Fed & AIG Considering Re-Structuring Deal Including Points as Proposed by Maurice Greenberg
The Fed and AIG may be re-structuring their recent deal and considering terms proposed in a recent October 2008 letter sent by former AIG chief Maurice Greenberg to present Chairman/CEO Edward Liddy.
Instead of having AIG liquidate its vital holdings to pay off an ever growing bridge loan, that comes with a 14% per annum interest tag, along with a 79.9% Fed stake, Greenberg, instead proposed the following in his letter filed October 13, 2008 with the SEC:
"The terms of the Credit Facility and preferred stock issuance could be amended into a “win/win” as follows: · The government would acquire non-voting preferred stock in AIG that pays a 5 or 6 percent annual dividend. This would be a respectable spread over the cost of money to the Federal Reserve.
· AIG would have the right to redeem the preferred over a period of 10 years at a 10 percent premium.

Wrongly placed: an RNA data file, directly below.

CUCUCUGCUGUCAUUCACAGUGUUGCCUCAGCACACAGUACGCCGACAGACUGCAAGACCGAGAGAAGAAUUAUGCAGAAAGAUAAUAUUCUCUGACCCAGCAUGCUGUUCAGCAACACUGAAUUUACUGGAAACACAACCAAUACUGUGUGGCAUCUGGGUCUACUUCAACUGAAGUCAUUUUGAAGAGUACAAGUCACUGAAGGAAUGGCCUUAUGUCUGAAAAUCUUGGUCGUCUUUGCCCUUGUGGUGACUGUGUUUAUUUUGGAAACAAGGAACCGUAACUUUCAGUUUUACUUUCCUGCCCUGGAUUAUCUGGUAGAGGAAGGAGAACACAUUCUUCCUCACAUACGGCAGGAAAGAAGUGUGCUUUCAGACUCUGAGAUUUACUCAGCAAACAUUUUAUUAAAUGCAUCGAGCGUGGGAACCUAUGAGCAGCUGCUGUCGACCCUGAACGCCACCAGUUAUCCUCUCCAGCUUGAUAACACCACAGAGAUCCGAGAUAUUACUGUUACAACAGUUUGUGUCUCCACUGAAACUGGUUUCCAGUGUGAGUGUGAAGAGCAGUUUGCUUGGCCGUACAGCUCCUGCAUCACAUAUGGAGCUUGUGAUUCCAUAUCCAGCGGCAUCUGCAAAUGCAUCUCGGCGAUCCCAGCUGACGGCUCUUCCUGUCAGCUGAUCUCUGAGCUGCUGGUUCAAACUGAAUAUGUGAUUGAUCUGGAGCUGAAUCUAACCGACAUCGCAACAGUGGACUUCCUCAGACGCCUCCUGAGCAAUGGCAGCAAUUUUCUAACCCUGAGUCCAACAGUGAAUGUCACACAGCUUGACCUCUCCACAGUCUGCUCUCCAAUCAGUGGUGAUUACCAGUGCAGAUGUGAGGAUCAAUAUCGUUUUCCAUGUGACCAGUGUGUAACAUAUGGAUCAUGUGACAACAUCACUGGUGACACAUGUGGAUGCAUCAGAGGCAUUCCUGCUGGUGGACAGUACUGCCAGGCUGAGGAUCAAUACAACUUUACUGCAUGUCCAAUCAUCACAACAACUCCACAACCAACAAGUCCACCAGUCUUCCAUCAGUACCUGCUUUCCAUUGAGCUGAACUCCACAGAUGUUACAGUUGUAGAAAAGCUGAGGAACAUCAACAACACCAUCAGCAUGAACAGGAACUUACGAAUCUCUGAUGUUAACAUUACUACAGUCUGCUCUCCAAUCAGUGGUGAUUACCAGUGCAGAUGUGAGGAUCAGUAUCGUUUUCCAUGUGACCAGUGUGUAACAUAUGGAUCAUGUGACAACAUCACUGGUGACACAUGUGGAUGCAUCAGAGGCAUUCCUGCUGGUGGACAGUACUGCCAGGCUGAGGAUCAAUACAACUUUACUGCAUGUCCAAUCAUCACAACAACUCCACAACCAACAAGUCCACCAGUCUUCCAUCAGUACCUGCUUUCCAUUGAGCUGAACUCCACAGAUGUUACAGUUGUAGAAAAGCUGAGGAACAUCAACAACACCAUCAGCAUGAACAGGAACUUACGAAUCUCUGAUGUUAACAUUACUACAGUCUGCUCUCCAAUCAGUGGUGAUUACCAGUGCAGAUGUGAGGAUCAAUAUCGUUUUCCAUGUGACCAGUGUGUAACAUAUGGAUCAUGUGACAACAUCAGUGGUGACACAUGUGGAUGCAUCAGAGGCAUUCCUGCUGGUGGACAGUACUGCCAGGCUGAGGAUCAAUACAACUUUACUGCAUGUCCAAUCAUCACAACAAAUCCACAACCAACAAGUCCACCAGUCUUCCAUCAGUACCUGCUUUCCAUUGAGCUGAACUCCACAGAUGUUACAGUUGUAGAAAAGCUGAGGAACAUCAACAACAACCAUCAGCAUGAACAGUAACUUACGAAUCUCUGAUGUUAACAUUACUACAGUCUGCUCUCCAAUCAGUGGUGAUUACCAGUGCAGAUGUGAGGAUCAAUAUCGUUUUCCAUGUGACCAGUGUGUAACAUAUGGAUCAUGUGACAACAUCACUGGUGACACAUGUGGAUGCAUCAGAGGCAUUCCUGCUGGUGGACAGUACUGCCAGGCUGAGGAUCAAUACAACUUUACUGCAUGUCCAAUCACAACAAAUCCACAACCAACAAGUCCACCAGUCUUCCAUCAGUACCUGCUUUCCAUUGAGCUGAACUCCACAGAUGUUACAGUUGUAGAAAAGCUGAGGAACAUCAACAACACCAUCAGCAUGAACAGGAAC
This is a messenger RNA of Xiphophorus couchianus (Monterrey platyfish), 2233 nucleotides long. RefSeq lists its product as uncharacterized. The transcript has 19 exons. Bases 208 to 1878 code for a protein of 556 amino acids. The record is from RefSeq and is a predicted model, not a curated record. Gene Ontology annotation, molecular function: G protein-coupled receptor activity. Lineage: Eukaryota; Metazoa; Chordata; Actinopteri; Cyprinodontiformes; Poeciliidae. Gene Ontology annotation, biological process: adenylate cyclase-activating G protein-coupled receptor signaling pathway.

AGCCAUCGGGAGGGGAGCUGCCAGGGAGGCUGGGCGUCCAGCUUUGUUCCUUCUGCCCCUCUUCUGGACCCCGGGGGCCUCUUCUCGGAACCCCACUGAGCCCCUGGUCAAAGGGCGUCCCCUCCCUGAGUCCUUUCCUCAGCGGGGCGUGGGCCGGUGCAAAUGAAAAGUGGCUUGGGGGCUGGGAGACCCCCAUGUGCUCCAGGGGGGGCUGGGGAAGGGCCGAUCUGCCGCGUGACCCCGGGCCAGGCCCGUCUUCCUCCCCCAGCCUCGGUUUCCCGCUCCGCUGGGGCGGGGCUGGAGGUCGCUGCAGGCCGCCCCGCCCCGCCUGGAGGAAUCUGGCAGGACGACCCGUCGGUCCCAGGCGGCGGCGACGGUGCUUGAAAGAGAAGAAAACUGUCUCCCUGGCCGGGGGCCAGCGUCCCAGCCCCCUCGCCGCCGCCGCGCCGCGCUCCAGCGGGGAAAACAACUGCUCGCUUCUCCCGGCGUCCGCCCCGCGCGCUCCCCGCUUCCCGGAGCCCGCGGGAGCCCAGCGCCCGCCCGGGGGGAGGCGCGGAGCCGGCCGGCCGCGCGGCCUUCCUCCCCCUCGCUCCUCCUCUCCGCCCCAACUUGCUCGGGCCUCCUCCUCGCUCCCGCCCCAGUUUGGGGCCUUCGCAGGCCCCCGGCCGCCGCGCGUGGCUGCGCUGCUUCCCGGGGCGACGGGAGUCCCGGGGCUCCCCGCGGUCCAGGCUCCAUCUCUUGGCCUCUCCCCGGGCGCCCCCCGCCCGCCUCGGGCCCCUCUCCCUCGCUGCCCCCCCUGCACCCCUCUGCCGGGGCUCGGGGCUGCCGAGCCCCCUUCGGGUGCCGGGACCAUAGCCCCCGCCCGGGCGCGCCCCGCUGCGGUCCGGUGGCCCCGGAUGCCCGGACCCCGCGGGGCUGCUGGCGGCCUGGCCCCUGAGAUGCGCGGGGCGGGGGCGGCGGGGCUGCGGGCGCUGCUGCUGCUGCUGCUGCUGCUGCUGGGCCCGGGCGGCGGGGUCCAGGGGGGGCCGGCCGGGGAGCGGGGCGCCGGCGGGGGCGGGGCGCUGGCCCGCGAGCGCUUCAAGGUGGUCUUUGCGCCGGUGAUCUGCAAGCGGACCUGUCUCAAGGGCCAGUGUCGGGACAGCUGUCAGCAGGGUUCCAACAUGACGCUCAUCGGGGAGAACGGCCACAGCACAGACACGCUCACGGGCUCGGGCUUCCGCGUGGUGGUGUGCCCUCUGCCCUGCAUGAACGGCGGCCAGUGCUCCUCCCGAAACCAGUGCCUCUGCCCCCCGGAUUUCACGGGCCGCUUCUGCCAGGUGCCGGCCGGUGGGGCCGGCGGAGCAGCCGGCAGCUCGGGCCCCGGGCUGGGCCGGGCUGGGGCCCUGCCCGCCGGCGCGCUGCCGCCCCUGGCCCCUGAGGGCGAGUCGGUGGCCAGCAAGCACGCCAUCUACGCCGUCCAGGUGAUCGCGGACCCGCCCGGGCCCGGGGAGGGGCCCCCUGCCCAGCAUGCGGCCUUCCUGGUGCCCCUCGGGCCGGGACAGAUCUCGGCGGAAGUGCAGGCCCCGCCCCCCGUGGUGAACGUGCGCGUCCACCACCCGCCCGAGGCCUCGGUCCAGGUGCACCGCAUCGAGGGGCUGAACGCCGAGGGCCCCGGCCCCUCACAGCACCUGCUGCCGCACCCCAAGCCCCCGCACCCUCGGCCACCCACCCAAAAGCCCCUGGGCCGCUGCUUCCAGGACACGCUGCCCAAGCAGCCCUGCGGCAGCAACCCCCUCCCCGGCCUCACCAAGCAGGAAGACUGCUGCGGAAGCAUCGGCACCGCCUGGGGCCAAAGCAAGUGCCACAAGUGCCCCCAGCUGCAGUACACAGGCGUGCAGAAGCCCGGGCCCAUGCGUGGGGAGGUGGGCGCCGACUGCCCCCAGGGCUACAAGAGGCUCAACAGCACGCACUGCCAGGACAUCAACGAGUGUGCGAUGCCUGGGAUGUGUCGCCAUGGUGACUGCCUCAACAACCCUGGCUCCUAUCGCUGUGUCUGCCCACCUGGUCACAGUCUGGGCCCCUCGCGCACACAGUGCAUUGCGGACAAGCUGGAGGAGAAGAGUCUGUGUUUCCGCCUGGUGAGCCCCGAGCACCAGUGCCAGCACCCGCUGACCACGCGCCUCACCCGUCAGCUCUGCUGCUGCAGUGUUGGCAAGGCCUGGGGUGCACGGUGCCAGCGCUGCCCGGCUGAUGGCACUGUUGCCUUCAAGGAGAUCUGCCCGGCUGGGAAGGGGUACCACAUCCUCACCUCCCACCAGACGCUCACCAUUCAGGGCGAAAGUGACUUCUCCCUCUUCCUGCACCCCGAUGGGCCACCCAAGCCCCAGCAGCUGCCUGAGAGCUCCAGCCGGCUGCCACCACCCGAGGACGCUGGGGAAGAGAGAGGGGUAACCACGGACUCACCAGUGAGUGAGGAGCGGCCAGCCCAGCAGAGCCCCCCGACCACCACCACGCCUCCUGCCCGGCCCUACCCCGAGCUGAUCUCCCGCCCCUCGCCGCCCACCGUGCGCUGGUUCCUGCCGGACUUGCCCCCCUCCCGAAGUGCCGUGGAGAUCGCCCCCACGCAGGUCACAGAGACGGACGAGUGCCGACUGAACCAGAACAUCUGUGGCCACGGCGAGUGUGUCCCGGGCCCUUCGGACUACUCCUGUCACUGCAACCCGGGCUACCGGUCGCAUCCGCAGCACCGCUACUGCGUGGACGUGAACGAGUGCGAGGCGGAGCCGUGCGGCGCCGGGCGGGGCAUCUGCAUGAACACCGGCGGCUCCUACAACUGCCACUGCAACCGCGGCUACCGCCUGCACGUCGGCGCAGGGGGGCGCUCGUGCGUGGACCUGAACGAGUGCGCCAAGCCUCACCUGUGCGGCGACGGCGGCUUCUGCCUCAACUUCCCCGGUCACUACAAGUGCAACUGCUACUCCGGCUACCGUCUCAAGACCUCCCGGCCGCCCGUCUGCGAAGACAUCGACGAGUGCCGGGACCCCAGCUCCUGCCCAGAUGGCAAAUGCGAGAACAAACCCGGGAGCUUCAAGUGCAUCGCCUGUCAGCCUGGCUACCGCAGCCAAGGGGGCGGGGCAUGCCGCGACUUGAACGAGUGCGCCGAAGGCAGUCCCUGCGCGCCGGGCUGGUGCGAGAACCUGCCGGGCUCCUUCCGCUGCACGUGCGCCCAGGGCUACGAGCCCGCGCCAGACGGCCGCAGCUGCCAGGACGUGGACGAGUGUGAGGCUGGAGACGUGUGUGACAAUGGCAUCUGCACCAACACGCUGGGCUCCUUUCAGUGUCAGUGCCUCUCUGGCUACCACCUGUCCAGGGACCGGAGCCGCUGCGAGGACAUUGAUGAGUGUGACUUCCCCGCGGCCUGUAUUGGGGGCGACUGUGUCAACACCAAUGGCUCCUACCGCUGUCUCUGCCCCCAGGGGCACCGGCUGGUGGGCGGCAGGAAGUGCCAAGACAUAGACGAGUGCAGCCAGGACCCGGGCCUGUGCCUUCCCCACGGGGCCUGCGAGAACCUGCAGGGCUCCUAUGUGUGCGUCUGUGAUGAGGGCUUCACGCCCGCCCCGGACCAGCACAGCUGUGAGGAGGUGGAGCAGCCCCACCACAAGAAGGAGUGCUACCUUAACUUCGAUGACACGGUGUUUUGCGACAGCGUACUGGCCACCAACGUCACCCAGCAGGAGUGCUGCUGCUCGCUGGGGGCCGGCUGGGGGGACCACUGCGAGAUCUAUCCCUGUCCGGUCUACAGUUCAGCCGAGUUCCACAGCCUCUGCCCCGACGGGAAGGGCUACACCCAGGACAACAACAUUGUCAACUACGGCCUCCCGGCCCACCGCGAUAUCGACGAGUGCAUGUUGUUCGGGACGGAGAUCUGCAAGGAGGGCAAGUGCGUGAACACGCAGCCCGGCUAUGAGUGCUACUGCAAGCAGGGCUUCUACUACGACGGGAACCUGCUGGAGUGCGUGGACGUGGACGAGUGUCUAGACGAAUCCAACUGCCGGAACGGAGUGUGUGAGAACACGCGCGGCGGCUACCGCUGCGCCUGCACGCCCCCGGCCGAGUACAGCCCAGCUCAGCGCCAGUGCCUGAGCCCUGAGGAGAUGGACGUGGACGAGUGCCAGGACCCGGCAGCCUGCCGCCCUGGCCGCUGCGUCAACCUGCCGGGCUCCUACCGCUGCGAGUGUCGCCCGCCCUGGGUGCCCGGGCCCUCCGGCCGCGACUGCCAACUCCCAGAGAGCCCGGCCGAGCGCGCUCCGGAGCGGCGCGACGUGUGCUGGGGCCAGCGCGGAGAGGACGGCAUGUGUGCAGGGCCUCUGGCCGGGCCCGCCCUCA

· Such a plan would have an immediate impact on the market and would save AIG from being liquidated. The United States would retain a great company, jobs would not be lost, share value would increase, and sales of assets could be undertaken in a more orderly fashion than what is currently contemplated.
· If need be, AIG would raise third-party funds, and could ultimately have a Rights offering at a time when markets are more stable and the sale of assets, as indicated, could take place in an orderly manner."